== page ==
No MeSH data available.


Related in: MedlinePlus

Results of the measurement experiments of the target total torque production task.(a) The blue circle indicates individual left, right and total elbow torques of all subjects. (b) The UCM component and the ORT component of all subjects. (c) The index of synergy of all subjects. The asterisk indicates a significant difference (P < 0.05), and n.s. indicates a non-significant difference.
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pone.0140836.g007: Results of the measurement experiments of the target total torque production task.(a) The blue circle indicates individual left, right and total elbow torques of all subjects. (b) The UCM component and the ORT component of all subjects. (c) The index of synergy of all subjects. The asterisk indicates a significant difference (P < 0.05), and n.s. indicates a non-significant difference.

Mentions: In the target total torque production task, subjects performed the same task as in the simulation experiment to evaluate the coordination of motor commands. Fig 7A indicates the left, right, and total elbow torques produced by all subjects. All subjects could accurately produce target total torque (5 N·m). Although all subjects were right-handed, a significant bias between right and left elbow torques was not observed (t(9) = −1.20, P = 0.26), suggesting little effect of hand dominance on the task performance. Fig 7B shows both measured and normalized UCM and ORT components. Two-way ANOVA indicated a significant difference between the UCM and ORT components (F(1, 36) = 32.7, P = 1.65 × 10−6 < 0.05), without a significant interaction (F(1, 36) = 1.2, P = 0.28), and both the measured and normalized UCM components were significantly larger than the measured and normalized ORT components, respectively (measured: t(9) = 4.83, P = 9.37 × 10−4 < 0.05; normalized: t(9) = 4.67, P = 1.20 × 10−3 < 0.05). Then, the measured and normalized indices of synergy were significantly higher than the values of no coordination (measured: t(9) = 8.27, P = 1.70 × 10−5 < 0.05; normalized: t(9) = 5.66, P = 3.10 × 10−4 < 0.05, see UCM = ORT line) as shown in Fig 7C. These results demonstrated that the coordination of muscle tensions was formed during the input step to each muscle, i.e. by the motor commands. Therefore, these results show that the subjects coordinated motor commands to produce the target total elbow torque.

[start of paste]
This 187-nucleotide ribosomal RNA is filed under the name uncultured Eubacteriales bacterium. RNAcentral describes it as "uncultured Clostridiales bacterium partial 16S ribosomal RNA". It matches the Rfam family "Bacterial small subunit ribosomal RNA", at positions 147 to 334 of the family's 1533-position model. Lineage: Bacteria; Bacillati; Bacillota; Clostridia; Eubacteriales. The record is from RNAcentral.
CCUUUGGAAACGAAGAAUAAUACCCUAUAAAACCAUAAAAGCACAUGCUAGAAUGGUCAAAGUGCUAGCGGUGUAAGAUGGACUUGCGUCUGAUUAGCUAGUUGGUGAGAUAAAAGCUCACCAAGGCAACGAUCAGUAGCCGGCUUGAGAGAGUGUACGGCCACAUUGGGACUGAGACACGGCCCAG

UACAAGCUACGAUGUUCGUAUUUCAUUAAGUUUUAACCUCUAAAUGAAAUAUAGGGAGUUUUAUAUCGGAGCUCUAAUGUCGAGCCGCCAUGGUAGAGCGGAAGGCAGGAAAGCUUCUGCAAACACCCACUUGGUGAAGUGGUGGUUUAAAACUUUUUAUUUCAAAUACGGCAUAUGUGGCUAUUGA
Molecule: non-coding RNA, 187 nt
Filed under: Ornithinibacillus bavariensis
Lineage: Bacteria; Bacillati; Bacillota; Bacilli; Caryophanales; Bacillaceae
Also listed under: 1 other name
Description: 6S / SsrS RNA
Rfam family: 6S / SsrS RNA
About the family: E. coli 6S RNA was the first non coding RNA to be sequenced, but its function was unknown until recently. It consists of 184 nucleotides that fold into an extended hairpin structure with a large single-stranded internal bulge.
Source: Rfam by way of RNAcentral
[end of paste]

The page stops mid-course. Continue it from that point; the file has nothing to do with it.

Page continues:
Normalized Index of Synergy for Evaluating the Coordination of Motor Commands.

Togo S, Imamizu H - PLoS ONE (2015)